How Algae in the Ocean Could Help Clear the Air
BOSTON — AT a time when scientists are searching for ways to reduce carbon dioxide that contributes to global warming, algal blooms could play a role.
John Martin, an oceanographer at Moss Landing Marine Laboratories of California, in Salinas, is experimenting with stimulating the growth of marine algae by adding iron to ocean areas with little plant life.
"In 1990, we had been pursuing the notion that vast areas of ocean have very little plant life because of a deficiency of iron," Dr. Martin says. Plants grow better with iron, he says.
His theory is that new plant growth would deplete the oceans' supply of CO2. The ocean water then would absorb some of this greenhouse gas from the air.
"If [marine algae] was a plant on land, it would take CO2 from the air and change it to carbon for cells. In water, algae takes CO2 from the water. This leaves a `vacant' spot of carbon in the ocean, which is then filled through absorption from the air," says Donald Anderson, a marine biologist at the Woods Hole (Mass.) Oceanographic Institution.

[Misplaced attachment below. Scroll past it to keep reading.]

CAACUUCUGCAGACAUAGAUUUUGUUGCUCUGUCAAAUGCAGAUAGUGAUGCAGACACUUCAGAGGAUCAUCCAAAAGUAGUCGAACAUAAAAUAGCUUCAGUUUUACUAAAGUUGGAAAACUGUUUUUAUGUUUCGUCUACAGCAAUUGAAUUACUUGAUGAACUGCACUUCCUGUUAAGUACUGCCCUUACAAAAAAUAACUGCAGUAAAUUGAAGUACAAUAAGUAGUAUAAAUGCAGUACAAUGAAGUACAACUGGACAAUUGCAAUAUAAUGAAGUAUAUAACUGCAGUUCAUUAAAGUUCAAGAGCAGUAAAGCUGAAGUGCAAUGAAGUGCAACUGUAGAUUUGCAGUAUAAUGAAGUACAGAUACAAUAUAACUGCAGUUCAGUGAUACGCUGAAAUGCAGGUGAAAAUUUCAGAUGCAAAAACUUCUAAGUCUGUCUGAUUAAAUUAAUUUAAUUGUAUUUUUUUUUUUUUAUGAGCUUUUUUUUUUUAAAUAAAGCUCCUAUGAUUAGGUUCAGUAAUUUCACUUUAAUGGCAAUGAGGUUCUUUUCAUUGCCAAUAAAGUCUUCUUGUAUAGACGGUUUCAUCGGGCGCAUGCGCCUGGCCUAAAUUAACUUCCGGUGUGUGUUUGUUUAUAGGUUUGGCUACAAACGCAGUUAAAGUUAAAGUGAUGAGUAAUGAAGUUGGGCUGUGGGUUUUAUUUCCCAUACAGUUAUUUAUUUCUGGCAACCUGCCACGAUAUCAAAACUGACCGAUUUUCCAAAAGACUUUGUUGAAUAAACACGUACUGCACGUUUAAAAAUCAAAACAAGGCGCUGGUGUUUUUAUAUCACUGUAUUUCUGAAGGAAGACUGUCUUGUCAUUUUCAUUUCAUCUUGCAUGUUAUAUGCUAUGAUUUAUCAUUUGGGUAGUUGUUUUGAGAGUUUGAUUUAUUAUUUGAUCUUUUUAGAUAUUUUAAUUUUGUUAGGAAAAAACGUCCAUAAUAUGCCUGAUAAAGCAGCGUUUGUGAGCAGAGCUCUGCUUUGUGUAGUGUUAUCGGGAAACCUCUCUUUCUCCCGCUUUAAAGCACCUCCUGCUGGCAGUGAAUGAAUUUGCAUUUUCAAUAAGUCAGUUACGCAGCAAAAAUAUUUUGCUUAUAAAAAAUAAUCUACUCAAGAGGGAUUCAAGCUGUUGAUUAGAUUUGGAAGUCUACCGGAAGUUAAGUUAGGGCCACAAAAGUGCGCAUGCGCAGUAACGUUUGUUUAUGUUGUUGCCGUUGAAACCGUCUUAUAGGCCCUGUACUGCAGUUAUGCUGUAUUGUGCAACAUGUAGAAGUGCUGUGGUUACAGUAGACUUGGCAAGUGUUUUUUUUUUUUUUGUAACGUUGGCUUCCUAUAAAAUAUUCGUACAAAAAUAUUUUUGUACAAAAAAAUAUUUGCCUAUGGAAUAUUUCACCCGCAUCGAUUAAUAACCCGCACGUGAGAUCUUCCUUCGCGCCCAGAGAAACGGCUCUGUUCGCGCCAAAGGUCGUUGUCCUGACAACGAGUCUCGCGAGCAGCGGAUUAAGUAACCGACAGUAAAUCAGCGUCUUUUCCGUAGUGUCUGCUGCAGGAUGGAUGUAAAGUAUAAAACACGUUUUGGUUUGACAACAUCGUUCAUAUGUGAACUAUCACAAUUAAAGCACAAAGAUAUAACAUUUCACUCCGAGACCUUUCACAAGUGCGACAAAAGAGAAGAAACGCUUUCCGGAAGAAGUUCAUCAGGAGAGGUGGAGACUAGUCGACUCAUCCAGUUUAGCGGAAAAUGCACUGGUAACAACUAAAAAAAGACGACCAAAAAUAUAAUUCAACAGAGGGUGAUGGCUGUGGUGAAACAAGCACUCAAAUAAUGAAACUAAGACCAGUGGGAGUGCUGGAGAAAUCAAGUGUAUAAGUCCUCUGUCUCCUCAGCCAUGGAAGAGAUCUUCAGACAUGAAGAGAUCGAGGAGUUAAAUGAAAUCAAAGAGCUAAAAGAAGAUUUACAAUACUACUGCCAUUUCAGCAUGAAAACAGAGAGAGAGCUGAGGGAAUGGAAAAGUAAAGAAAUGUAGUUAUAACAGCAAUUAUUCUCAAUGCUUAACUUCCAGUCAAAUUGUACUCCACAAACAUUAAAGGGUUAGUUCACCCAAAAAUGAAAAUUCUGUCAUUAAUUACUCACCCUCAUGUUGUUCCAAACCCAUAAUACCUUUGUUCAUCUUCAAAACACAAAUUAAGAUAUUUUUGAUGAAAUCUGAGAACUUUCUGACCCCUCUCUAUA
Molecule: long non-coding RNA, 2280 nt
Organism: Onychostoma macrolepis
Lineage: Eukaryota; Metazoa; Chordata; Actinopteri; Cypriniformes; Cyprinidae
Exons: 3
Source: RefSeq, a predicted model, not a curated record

Martin has proposed growing the algae around Antarctica where the water is rich in other nutrients. The theory is controversial, because the effect of inducing plant life and adding iron to the ocean is unknown, Anderson says.
For a pilot project, Martin is requesting funding from the National Science Foundation and the Office of Naval Research to test his theory in 29 square miles of ocean, 300 miles south of the Galapagos Islands.
"There wouldn't be any long-term effects from the experiment since iron doesn't stay in solution," Martin says.
"The iron would be gone within days. When the plants have used up the nitrates in the water, they would die back like any land plant."